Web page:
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SVKMS

NMIMS SCHOOL OF LAW

SYNOPSIS SUBMITTED ON;


LIABILITY OF STATE FOR FAILED STERILIZATION OPERATIONS
IN COMPLIANCE TO THE PARTIAL FULFILLMENT OF THE MARKING
SCHEME, FOR TRIMESTER VII OF 2016-2017, IN THE SUBJECT OF:
INTERPRETATION OF STATUTE AND PRINCIPLES OF LEGISLATIONS
SUBMITTED TO FACULTY:
ISHNOOR ARORA

SUBMITTED BY:
NIKET JAIN
B.B.A. LL.B. (HONS.)
YEAR III
ROLL NO. A035

RECEIVED BY: _____________________


ON DATE: __________ TIME: _________

SYNOPSIS
LIABILITY OF STATE FOR FAILED
STERILIZATION OPERATIONS

RESEARCH PROBLEM
As seen in the Shiv Ram case1, one of the respondents underwent a tubectomy
operation through the publicity campaign of the Family Welfare Department.
The Apex Court held that the respondents were not entitled to any sort of
compensation from the State Government on account of unwanted pregnancy.
Therefore, even after being assured that the respondent would not get pregnant,
no sort of compensation was awarded for the contrary.

RESEARCH QUESTIONS
Whether all failed sterilization operations amount to medical negligence
under Section 304A of the Indian Penal Code.
What are the main principles and reasonings to be considered before
determining if a State is liable for a failed sterilization operation?
How has the Court interpreted the relevant statutes while determining the
above cases?
Whether every victim of a failed sterilization operation is entitled to a
compensation.
Whether the decisions taken by the judiciary on the above matter are
good judgments.
Whether there is a need for amendment of the existing law.
1 2005 (7) SCC 1; AIR 2005 SC 3280.

REVIEW OF LITERATURE
Public policy requires us to hold that the birth of a child is always a blessing
to its parents and that this benefit must, as a matter of law, totally offset
concomitant financial burdensWe may take judicial notice of the fact that
raising a child from birth to maturity is a costly enterprise, and hence
injurious2
-Justice Peters, Connecticut Supreme Court
The above statement suggests that pregnancy should always be treated as a
bliss. But this same bliss also comes with several financial constraints. It is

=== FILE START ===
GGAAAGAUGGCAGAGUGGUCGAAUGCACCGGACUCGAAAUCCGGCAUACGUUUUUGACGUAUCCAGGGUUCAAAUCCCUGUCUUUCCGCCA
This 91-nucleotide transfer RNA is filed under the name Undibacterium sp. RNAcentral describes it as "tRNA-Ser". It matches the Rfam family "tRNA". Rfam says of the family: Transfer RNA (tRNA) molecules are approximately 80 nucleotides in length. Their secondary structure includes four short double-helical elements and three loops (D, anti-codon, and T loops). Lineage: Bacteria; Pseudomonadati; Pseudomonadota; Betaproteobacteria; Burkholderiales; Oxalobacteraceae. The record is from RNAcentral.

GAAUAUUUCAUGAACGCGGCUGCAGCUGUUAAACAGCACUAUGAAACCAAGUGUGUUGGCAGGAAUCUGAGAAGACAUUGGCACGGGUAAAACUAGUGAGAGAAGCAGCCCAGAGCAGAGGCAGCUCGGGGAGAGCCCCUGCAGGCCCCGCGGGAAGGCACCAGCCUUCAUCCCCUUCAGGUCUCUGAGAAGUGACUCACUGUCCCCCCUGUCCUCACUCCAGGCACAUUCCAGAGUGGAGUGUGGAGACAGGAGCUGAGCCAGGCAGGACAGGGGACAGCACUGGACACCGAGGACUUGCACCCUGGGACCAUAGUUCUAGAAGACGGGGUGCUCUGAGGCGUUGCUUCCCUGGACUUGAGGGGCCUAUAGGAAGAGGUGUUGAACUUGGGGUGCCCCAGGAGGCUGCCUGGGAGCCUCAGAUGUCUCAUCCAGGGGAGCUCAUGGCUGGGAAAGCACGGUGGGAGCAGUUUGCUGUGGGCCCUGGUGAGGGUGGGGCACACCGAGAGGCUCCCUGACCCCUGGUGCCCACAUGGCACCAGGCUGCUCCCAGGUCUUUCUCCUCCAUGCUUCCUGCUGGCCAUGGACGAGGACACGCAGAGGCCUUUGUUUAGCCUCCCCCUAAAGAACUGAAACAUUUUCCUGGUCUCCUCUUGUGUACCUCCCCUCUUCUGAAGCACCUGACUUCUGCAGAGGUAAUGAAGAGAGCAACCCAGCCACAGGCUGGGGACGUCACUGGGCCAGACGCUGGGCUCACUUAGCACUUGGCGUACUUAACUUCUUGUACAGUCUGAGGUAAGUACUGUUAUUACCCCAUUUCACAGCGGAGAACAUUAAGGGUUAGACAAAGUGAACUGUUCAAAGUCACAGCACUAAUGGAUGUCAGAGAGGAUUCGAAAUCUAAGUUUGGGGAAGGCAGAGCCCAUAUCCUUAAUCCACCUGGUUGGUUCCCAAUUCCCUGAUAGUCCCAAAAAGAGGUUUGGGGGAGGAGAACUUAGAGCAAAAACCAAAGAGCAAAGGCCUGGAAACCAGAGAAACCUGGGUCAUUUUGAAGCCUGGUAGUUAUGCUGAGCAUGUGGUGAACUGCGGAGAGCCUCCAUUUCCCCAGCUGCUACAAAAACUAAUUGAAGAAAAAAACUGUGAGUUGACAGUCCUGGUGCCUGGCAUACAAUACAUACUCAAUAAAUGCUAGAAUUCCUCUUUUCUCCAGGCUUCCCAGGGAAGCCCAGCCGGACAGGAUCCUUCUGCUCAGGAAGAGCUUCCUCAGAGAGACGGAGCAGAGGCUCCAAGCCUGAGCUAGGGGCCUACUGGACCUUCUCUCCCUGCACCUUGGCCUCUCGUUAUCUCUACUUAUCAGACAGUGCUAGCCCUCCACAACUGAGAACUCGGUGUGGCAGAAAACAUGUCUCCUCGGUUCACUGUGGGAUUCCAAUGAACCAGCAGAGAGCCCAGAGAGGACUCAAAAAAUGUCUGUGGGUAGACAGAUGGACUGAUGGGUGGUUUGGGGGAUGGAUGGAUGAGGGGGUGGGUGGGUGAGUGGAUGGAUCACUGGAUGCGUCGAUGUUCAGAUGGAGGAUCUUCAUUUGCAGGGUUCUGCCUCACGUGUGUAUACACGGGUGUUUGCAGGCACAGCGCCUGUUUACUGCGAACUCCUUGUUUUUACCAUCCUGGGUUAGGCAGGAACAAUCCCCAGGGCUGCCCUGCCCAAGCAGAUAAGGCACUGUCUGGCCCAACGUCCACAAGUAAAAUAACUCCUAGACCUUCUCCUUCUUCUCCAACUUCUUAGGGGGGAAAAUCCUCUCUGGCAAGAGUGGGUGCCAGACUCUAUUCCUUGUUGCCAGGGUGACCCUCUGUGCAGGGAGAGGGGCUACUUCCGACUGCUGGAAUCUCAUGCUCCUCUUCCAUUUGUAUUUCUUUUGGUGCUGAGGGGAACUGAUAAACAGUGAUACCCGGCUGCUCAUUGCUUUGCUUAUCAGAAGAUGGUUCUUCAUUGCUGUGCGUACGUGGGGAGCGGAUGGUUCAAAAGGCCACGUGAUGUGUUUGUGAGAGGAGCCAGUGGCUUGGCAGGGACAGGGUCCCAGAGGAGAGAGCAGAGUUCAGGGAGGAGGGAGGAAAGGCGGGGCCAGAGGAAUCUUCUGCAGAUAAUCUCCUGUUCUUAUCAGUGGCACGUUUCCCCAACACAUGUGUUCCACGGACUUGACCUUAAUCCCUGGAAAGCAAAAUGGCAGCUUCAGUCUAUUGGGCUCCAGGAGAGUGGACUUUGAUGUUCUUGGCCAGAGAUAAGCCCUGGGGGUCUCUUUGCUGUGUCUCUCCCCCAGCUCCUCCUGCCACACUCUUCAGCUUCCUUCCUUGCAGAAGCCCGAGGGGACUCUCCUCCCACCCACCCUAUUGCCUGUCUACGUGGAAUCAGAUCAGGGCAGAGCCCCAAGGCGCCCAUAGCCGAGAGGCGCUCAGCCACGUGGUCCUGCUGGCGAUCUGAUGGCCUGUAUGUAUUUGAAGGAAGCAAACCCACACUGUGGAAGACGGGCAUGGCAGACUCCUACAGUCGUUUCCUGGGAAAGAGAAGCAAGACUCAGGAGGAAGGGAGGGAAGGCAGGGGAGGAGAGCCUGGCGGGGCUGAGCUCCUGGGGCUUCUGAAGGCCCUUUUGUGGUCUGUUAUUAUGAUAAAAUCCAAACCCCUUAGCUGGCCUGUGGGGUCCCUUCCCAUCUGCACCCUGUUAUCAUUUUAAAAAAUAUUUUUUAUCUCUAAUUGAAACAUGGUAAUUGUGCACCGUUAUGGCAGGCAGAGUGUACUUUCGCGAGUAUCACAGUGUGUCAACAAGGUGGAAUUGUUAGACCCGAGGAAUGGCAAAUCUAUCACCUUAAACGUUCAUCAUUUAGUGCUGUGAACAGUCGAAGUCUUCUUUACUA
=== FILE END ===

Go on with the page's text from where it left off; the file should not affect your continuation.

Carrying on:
never easy to upbring a child without severe monetary burden. If the parents
have taken necessary steps to sterilize themselves then why shouldnt they be
compensated for the failure of such an operation?

since the petitioner No.1 never wanted another child who was born due to
the negligence and callous attitude of the surgeon, who is an officer of the State,
it is the duty of the State to maintain the child.3
-Justice Raza, Allahabad High Court
The above statement makes it clear that the State is vicariously liable for the
acts of the surgeon. If the negligent attitude of the surgeon leads to a failure in
the sterilization operation, then it is clear that the couple should be compensated
for a mistake which they never committed.

2 DOCTOR HELD LIABLE AFTER FAILED STERILIZATION, Robert E. Tomasson, The


New York Times, June 6, 1982.
3 AIR 2000 AII 219 (223)

METHODOLOGY
The scope of this project is limited to subjective analysis of the decisions of the
judiciary on the liability of the State, for failed sterilization operations. This
paper deals in-depth with the stance of Section 304A of the Indian Penal Code
and the interpretation of the courts on this subject. Since the paper is based on
opinions formed after in-depth analysis of the judgments dealt with, it conveys
subjectivity and may vary from the general notion of perception.
The method of research adopted in this research paper is the Doctrinal method
of research. Primary and secondary Sources of data have been used to formulate
opinions. Books and internet content constitute major part of the research and,
surveys and examinations have not been conducted for the same.

HYPOTHESIS
There is a strong need to protect the interests of the victims of failed sterilized
operations, who are seldom compensated for the same.